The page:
What we aim to achieve

The Windrush scandal brought to light the disgraceful and inhuman treatment of the elders of the #WindrushGeneration who were swept up in Theresa Mays racist Hostile Environment. But there is more to this story than the Hostile Environment legislation of 2014 & 2016, at heart of this scandal lays this even more longstanding historic injustice perpetrated against black and Asian citizens of Commonwealth countries. It is this that we want to challenge whilst also winning the right to stay for Yvonne Smith, Yvonne Williams and all the #WindrushDescendants and #WindrushFamilies

Our campaign is calling for 3 things:

  1. Support an addition to the Windrush Scheme to take account of those descendants of Windrush who still live in limbo under threat of deportation. Add a sub-category to Group 5 of the Scheme for adult children, grandchildren and other close family members of the Windrush generation who came to the UK after 1973.
  2. Call for a Public Inquiry to investigate the effects of the historic injustice done to black and Asian Commonwealth citizens by the racial discrimination embedded in the immigration legislation of the 1960’s and 1970’s (up to the 1981 Nationality Act). For a far-reaching review of British Immigration and Nationality legislation and it’s compatibility with the Equality Act and Human Rights Legislation.
  3. Campaign for the widening of family reunion rules to allow for adult children to be reunited with their families in the UK, also for elderly parents to join their adult children in the UK.

What your donations will pay for:

1. The legal fee's for Yvonne Smith, Yvonne Williams and the other applicants/appelants in these cases.

2. The expenses for the travel needed for applicants/appelants to go to legal meetings, publicity events and speaking events.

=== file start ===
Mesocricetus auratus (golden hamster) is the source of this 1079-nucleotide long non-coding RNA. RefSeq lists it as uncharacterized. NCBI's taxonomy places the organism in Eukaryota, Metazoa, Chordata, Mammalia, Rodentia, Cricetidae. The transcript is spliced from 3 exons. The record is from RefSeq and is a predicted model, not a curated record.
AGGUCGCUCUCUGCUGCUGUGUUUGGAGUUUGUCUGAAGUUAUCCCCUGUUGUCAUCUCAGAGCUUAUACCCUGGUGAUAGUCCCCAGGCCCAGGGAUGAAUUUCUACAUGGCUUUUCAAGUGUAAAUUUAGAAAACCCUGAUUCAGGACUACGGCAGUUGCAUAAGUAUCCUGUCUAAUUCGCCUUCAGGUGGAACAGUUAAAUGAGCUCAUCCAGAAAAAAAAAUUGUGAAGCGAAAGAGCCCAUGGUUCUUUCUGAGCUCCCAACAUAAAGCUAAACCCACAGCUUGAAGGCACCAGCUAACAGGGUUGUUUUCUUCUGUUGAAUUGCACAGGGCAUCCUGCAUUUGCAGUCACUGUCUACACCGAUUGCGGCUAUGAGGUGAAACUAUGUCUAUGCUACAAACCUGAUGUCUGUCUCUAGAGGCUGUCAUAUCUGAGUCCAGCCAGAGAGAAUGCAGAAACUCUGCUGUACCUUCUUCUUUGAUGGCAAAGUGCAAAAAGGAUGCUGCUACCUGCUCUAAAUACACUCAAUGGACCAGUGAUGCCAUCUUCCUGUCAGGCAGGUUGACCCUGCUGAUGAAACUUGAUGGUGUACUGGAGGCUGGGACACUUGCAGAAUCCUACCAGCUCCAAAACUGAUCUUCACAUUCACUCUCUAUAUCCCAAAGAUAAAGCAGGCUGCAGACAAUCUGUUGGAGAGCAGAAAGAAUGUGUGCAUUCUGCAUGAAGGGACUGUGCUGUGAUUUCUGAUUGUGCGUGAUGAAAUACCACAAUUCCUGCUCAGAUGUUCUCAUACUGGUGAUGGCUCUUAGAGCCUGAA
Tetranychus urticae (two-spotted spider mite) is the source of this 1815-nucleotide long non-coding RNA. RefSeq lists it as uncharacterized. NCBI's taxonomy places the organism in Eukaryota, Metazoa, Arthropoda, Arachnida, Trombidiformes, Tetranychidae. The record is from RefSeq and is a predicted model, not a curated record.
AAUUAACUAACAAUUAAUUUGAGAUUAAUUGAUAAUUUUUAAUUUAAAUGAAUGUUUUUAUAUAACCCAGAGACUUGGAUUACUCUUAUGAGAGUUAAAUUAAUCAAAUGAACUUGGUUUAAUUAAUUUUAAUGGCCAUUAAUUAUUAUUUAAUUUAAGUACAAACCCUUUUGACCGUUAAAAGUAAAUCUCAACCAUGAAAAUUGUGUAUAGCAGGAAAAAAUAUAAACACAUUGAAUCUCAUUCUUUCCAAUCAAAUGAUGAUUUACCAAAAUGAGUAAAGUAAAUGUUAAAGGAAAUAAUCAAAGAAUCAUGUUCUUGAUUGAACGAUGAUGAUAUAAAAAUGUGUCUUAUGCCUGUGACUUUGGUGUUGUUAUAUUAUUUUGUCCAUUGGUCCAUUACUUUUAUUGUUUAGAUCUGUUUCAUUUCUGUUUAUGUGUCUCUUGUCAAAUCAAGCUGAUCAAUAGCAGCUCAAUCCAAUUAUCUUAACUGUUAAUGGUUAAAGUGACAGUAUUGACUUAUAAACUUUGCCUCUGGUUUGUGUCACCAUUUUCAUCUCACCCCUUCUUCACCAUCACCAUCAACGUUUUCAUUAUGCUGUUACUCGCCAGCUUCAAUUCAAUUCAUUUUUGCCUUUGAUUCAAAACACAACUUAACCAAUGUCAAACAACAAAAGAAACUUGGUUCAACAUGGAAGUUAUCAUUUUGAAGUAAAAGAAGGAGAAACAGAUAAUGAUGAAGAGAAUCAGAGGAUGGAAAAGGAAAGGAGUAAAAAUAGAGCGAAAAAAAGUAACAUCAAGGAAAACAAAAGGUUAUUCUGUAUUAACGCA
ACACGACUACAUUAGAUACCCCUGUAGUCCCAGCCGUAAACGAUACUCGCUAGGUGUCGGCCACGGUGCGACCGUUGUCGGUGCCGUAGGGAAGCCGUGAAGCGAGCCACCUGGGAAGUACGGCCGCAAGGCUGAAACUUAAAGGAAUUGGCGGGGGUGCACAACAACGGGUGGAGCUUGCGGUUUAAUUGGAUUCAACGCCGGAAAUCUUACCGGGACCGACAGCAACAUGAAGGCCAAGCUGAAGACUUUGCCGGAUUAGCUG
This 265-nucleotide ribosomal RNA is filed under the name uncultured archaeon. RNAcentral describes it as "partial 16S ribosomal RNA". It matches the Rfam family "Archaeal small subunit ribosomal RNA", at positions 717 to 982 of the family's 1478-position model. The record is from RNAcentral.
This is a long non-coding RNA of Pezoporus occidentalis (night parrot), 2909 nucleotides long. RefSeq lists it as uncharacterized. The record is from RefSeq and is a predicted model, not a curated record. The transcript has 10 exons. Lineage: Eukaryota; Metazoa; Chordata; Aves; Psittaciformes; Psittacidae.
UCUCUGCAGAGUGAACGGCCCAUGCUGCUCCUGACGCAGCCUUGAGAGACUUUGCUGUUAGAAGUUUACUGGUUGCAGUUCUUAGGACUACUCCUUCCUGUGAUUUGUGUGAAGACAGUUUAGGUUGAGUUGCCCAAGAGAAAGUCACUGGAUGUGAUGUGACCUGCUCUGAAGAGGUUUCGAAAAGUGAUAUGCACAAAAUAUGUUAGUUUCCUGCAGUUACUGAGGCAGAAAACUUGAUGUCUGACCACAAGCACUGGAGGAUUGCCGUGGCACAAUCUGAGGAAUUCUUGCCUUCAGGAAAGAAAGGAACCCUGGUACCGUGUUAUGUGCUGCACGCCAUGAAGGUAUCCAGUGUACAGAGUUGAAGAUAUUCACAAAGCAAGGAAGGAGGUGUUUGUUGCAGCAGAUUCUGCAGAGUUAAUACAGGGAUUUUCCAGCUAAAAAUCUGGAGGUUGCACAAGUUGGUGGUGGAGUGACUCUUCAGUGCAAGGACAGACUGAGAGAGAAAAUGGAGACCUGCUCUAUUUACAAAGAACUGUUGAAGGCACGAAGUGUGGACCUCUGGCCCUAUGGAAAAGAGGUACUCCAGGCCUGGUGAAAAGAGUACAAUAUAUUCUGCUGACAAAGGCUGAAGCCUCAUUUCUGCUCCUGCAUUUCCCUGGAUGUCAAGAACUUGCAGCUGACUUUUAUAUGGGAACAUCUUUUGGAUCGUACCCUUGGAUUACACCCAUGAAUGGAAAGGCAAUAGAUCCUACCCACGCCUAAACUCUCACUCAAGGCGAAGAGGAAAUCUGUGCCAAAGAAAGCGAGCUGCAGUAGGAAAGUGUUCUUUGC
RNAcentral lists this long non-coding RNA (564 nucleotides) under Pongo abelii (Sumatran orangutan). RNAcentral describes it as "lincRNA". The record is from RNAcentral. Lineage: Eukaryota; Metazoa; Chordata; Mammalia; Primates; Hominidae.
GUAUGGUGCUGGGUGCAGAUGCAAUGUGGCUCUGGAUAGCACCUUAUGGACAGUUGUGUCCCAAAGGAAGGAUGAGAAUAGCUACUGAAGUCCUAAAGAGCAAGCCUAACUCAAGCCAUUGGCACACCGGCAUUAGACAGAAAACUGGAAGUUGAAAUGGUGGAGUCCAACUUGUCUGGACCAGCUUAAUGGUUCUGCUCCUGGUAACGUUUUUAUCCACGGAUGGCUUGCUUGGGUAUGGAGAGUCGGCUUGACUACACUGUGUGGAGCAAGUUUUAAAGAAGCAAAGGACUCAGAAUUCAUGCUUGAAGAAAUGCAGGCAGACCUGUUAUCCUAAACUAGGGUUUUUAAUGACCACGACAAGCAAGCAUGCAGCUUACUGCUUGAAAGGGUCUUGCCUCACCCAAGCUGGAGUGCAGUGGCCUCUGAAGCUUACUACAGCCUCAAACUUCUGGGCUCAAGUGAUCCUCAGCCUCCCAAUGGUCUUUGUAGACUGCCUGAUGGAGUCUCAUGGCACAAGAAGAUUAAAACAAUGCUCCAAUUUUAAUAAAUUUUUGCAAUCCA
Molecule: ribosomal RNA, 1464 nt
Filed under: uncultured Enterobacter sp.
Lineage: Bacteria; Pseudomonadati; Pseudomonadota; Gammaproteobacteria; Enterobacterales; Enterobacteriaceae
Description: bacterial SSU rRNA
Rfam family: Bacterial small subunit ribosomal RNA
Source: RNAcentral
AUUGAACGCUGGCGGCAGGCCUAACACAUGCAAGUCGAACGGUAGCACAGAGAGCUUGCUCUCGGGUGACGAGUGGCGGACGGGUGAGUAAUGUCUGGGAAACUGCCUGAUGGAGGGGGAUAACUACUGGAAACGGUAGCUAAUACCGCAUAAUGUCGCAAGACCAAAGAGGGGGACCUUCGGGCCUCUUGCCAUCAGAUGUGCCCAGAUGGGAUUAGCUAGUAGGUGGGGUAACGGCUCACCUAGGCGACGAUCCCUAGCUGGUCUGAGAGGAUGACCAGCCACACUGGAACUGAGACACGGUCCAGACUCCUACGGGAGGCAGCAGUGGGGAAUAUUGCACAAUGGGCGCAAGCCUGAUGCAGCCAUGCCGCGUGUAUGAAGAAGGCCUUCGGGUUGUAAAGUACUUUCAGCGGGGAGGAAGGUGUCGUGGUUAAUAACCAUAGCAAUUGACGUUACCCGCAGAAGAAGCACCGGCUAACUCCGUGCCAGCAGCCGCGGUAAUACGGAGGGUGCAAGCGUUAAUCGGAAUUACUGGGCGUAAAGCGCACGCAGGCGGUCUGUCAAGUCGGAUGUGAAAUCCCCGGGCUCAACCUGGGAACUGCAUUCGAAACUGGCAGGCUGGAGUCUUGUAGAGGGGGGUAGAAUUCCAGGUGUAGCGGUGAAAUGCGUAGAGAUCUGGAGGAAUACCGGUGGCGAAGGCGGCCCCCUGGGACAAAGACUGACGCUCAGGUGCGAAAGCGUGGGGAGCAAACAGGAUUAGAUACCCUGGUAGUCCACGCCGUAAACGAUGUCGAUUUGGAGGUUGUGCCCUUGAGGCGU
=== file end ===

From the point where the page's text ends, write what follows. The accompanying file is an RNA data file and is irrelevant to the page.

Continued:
3. The admin/travel costs associated with contacting, meeting and bringing forward new cases to add to the campaign.

4. Publicity and events to promote the campaign.

5. Any additional money will be given as grants to descendants/families of the Windrush Generation to apply under alternative legal routes if necessary (ie 20 year or 10yr stay applications).

80% of funds raised will go direct to legal costs, the remaining 20% will be split between the admin/campaigning costs and grants to those who need alternative routes to winning their case.


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Update 1

Movement for Justice

July 25, 2018

David Lammy MP speaks to Packed campaign Launch

On Tuesday 17th July Labour MP's David Lammy, Eleanor Smith and Liberal Democrat Peer Baroness Hamwee spoke at a launch meeting in the Houses of Parliament hosted by newly elected Labour MP Janet Daby. They spoke alongside Yvonne Williams, MFJ Chair Antonia Bright, Grace Brown of Garden Court Chambers and Vinita Templeton of Duncan Lewis - all spoke passionately and resolutely of their determination to win justice for the descendants and family members of the Windrush Generation who are currently being excluded from the Governments Windrush Taskforce. Many of the audience, themselves Windrush descendants, spoke about their experiences of detention and fighting to win their stay.

You can hear David Lammys powerful speech here

Coverage in The Voice and the Independent

Thank you to all who have donated so far - we have some way to go to reach our target, please donate and share this page far and wide!